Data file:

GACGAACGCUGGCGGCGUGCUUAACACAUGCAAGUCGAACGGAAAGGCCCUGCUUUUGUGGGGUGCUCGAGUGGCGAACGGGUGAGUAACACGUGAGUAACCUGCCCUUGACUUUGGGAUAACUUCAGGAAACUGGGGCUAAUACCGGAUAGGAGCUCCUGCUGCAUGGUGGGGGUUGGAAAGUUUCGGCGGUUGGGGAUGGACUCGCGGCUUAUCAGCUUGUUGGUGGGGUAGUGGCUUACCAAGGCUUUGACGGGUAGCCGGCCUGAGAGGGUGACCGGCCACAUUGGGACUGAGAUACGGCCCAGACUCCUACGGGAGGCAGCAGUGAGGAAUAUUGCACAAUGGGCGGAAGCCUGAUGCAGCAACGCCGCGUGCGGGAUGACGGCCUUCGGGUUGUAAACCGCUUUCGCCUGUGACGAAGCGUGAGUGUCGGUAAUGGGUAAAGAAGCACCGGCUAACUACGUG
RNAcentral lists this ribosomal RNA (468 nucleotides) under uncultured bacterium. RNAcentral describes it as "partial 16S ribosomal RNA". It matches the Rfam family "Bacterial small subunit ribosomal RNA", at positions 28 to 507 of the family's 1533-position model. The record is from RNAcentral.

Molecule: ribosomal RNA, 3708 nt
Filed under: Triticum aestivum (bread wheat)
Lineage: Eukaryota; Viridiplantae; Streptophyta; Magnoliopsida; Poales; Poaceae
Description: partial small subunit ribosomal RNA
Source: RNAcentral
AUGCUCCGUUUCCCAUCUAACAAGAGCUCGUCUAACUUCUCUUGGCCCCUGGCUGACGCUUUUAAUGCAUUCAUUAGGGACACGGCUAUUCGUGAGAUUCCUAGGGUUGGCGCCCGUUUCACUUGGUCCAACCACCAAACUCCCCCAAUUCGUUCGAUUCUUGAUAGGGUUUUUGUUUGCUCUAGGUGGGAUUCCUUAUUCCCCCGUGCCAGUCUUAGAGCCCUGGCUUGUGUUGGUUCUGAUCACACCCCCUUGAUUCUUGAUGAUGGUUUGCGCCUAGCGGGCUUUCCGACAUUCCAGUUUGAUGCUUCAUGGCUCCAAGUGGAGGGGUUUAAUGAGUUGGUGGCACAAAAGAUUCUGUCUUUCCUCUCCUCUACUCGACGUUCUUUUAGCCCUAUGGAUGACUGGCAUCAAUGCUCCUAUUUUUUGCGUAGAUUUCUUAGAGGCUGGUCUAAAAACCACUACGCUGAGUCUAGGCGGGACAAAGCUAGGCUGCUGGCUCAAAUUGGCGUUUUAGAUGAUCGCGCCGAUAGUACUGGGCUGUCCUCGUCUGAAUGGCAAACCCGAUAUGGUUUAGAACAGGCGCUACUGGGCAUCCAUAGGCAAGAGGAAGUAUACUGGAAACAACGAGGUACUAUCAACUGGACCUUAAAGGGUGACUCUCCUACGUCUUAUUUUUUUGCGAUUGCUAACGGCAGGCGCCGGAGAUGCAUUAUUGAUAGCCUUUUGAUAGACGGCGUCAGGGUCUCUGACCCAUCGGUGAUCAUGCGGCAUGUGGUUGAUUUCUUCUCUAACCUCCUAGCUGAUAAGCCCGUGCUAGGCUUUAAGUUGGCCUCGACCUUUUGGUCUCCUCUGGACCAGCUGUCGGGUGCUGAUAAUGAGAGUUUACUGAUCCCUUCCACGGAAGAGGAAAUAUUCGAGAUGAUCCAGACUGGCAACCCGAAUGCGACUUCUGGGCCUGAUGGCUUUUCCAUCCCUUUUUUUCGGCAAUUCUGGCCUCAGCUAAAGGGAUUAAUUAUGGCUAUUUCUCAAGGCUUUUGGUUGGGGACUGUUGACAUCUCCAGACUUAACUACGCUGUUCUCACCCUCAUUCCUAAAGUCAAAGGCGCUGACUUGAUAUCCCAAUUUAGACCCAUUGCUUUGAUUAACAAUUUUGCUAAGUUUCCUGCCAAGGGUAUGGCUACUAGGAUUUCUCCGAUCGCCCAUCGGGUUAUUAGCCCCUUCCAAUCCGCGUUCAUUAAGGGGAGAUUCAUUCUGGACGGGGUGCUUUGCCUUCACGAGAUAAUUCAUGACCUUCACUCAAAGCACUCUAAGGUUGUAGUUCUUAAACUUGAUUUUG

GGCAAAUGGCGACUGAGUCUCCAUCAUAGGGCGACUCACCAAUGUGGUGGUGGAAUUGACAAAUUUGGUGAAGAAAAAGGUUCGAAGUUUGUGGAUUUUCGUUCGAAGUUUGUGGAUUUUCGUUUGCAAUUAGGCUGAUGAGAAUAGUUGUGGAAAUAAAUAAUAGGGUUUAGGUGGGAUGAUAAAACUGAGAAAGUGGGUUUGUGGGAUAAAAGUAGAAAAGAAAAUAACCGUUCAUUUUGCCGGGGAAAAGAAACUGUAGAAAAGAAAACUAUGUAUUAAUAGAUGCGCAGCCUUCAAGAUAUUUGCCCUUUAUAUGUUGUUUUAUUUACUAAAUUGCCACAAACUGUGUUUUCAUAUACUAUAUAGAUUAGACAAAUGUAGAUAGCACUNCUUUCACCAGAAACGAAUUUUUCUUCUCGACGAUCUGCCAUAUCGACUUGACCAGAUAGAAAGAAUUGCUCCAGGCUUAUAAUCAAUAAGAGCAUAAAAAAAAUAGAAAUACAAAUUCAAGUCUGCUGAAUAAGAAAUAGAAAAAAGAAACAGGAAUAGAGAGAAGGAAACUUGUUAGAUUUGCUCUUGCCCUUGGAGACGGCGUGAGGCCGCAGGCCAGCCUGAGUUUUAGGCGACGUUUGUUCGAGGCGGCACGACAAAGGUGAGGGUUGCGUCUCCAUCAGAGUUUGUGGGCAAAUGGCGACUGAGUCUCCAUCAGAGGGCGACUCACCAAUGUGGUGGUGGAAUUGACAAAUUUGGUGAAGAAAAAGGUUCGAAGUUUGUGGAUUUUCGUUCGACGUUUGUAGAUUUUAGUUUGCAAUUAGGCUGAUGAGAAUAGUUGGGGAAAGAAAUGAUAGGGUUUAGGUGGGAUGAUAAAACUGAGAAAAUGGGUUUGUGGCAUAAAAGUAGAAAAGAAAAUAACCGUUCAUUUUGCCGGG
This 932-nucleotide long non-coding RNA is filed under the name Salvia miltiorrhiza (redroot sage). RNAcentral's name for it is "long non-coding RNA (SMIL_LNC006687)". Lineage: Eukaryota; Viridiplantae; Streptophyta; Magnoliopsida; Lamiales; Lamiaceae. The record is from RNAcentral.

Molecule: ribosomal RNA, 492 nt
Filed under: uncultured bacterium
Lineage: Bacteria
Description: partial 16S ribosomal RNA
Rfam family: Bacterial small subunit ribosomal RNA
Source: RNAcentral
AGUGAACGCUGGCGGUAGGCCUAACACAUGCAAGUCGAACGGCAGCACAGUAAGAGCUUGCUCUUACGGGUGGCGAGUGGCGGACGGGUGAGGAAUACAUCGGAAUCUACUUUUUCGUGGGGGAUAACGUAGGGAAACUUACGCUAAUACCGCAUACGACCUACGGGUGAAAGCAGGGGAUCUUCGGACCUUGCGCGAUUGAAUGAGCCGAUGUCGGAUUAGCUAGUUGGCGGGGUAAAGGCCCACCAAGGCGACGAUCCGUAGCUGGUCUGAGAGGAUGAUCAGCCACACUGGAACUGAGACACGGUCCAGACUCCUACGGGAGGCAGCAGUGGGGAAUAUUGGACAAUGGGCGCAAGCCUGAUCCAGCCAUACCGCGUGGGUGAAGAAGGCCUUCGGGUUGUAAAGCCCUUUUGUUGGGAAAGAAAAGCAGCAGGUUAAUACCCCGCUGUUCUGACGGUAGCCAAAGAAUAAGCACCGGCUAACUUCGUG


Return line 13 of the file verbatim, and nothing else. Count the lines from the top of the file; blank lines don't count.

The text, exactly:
Lineage: Bacteria